Gramercy Park Block Association - Neighborhood News #495
Our Gramercy Park 'Picasso' and wonderful friend Domingo Zapata

Inspired by his legendary countrymen, Spanish artist Domingo Zapata creates a color-filled studio and home in a sprawling Gramercy townhouse


By Jennifer Gould Keil

January 29, 2014


Artist Domingo Zapata loves his Gramercy Park triplex so much that he sometimes doesn't step out of it for weeks at a time. "When I'm in the midst of my creative process, I don't leave the house," says Zapata, enjoying a cigarette in his cozy living room beneath a Patrick McMullan paparazzi shot of Andy Warhol.


From the moment of entry, it's easy to see why.


Zapata's apartment is set inside an elegant 1850 townhouse with an Italianate fašade that resembles the many grand European beauties overlooking Gramercy Park. But once visitors unlock the stately iron gates, they step into a world of whimsy - a blend of Old World glamour and New World creativity.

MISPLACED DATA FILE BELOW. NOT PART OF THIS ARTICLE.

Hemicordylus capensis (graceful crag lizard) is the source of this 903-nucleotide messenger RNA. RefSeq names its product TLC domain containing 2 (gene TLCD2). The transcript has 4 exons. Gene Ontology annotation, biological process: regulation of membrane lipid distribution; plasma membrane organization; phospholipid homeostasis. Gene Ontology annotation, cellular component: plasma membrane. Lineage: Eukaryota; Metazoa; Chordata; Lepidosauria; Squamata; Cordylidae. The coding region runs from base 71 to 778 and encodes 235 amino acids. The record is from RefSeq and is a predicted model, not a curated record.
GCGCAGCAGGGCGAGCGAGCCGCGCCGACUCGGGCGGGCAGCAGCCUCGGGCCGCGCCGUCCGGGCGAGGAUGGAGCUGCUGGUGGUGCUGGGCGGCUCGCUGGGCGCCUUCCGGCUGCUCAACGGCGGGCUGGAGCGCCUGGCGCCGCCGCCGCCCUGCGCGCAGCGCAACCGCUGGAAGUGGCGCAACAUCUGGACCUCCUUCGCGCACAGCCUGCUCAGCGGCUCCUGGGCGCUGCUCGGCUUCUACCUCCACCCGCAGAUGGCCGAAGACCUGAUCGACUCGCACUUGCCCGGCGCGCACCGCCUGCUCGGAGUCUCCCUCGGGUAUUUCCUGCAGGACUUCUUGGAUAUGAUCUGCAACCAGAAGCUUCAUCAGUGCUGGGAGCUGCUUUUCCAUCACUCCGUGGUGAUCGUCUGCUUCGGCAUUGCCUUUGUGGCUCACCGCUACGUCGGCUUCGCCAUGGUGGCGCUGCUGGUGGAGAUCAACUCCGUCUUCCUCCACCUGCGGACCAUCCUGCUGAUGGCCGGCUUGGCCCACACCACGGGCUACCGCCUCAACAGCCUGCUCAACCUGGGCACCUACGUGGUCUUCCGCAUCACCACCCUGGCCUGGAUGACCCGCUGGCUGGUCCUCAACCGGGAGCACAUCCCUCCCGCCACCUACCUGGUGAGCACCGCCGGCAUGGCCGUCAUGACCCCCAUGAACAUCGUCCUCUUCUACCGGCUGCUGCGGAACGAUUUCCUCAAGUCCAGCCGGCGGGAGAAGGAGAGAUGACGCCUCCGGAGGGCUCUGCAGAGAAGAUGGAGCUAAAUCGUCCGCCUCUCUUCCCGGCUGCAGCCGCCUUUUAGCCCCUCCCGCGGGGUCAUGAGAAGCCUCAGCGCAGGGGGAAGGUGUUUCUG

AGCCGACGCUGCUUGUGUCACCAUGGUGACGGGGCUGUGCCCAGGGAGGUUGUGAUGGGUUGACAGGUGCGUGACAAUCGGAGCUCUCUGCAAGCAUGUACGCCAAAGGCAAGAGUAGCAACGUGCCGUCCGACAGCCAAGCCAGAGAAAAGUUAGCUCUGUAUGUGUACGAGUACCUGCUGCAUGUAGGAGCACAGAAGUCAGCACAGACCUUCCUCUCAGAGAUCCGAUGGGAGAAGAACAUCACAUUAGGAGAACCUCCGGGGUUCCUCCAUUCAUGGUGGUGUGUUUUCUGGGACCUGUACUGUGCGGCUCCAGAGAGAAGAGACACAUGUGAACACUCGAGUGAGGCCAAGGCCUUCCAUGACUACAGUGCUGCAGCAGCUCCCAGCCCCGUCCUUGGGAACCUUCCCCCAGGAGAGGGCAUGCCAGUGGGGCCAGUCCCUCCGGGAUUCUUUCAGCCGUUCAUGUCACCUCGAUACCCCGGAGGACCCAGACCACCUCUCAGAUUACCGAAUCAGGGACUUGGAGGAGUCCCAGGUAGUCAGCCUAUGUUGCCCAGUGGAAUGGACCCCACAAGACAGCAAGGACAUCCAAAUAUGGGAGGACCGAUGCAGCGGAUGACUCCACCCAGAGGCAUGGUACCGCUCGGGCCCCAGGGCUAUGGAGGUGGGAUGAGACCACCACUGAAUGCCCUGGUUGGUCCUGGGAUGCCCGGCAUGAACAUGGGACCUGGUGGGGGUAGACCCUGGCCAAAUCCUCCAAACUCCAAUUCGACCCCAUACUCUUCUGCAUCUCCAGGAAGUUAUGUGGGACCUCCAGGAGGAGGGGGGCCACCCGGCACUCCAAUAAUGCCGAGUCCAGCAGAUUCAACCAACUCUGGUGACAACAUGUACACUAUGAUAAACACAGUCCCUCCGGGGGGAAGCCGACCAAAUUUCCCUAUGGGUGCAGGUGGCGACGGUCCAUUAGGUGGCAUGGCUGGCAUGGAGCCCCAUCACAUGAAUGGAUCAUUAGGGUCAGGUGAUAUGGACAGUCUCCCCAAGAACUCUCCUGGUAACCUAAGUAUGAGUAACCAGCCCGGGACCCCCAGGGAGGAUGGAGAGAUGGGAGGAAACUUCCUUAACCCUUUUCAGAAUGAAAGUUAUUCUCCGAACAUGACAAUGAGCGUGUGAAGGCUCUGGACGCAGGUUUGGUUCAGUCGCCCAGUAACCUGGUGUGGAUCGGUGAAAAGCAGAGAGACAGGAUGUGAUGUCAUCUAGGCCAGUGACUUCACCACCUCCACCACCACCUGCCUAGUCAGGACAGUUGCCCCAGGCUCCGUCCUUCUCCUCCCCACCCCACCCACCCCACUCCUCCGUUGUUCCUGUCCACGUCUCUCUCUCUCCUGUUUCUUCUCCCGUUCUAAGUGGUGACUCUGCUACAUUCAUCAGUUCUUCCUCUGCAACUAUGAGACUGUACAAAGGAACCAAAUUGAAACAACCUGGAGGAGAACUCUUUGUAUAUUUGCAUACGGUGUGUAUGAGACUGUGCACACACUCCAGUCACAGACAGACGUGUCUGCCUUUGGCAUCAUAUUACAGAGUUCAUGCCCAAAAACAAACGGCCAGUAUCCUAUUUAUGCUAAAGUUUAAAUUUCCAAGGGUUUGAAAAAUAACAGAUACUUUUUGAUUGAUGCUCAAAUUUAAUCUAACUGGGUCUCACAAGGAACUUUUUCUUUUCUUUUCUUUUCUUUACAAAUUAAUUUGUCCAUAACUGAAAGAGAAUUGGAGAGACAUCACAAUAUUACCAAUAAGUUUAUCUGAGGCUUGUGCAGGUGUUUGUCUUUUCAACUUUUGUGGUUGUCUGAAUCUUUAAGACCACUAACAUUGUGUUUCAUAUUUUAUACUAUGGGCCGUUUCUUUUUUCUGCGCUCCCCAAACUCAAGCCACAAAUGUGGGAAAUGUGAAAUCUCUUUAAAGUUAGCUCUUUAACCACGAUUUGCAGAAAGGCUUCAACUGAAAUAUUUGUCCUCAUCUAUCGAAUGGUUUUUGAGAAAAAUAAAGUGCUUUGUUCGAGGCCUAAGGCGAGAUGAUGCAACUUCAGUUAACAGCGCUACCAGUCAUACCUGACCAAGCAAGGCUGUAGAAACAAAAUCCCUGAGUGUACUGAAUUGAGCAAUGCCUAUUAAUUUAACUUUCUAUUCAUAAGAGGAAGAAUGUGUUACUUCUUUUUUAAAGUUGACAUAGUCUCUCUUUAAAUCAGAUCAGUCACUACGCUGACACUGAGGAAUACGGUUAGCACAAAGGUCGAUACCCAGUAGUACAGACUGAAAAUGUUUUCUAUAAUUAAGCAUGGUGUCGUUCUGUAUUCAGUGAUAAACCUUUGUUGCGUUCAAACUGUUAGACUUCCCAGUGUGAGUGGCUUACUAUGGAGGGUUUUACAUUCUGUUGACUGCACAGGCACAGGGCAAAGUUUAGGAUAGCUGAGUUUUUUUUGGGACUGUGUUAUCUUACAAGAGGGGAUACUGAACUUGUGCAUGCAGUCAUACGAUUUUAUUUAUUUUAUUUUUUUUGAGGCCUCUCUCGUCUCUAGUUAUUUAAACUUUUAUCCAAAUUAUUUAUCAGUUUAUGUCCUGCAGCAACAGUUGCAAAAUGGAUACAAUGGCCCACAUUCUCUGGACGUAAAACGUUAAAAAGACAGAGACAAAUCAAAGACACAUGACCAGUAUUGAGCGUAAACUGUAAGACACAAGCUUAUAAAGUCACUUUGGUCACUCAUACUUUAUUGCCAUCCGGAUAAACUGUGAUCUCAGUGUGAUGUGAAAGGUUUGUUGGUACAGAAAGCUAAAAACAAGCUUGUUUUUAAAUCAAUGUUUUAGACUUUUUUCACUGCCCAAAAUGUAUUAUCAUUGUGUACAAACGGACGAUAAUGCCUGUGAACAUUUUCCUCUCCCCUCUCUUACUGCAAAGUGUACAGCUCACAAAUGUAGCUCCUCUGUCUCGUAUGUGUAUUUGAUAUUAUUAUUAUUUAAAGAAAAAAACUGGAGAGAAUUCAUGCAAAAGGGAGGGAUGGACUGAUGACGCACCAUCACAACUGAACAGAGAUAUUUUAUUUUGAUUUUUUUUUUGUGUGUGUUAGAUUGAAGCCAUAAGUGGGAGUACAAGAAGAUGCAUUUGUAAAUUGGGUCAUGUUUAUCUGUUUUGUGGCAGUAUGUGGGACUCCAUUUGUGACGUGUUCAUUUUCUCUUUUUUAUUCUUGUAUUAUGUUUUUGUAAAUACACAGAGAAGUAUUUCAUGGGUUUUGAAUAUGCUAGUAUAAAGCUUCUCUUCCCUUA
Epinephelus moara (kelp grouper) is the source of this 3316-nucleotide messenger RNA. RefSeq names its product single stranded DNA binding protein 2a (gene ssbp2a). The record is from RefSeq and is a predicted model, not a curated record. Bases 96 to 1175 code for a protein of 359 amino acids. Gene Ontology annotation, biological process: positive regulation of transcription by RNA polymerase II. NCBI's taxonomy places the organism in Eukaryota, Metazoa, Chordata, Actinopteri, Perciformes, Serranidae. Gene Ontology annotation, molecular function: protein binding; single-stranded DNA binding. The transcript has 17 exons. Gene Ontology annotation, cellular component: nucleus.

The cozy library features a Patrick McMullan portrait of Warhol over the fireplace mantel. Photo: NY Post: Brian Zak/Stylist: Brice Gaillard

Zapata's paintings are influenced by the European masters but in the context of today - a blend of modern wit and urban grit. The work is prominently displayed throughout his home, where weekly salon-style dinner parties lure writers like Salman Rushdie and Hollywood stars, artists, philosophers, politicians and musicians, including Johnny Depp, Lindsay Lohan, Ron Burkle and Carlos Slim.


"When I held a fundraiser for Bill de Blasio here in October 2013, he called it 'the best studio apartment ever,' " says Zapata, who moved in last July.


Hardly a "studio" in NYC-apartmentese. At 8,600 square feet, the four-bedroom, three-bathroom apartment features separate dining, entertaining, sleeping and work spaces.


Zapata lives on the first three floors of the townhouse, which is owned by music producer John "Jellybean" Benitez, who got his start, personally and professionally, collaborating with Madonna back in the early 1980s. Two other tenants, with separate entrances, occupy the top two floors.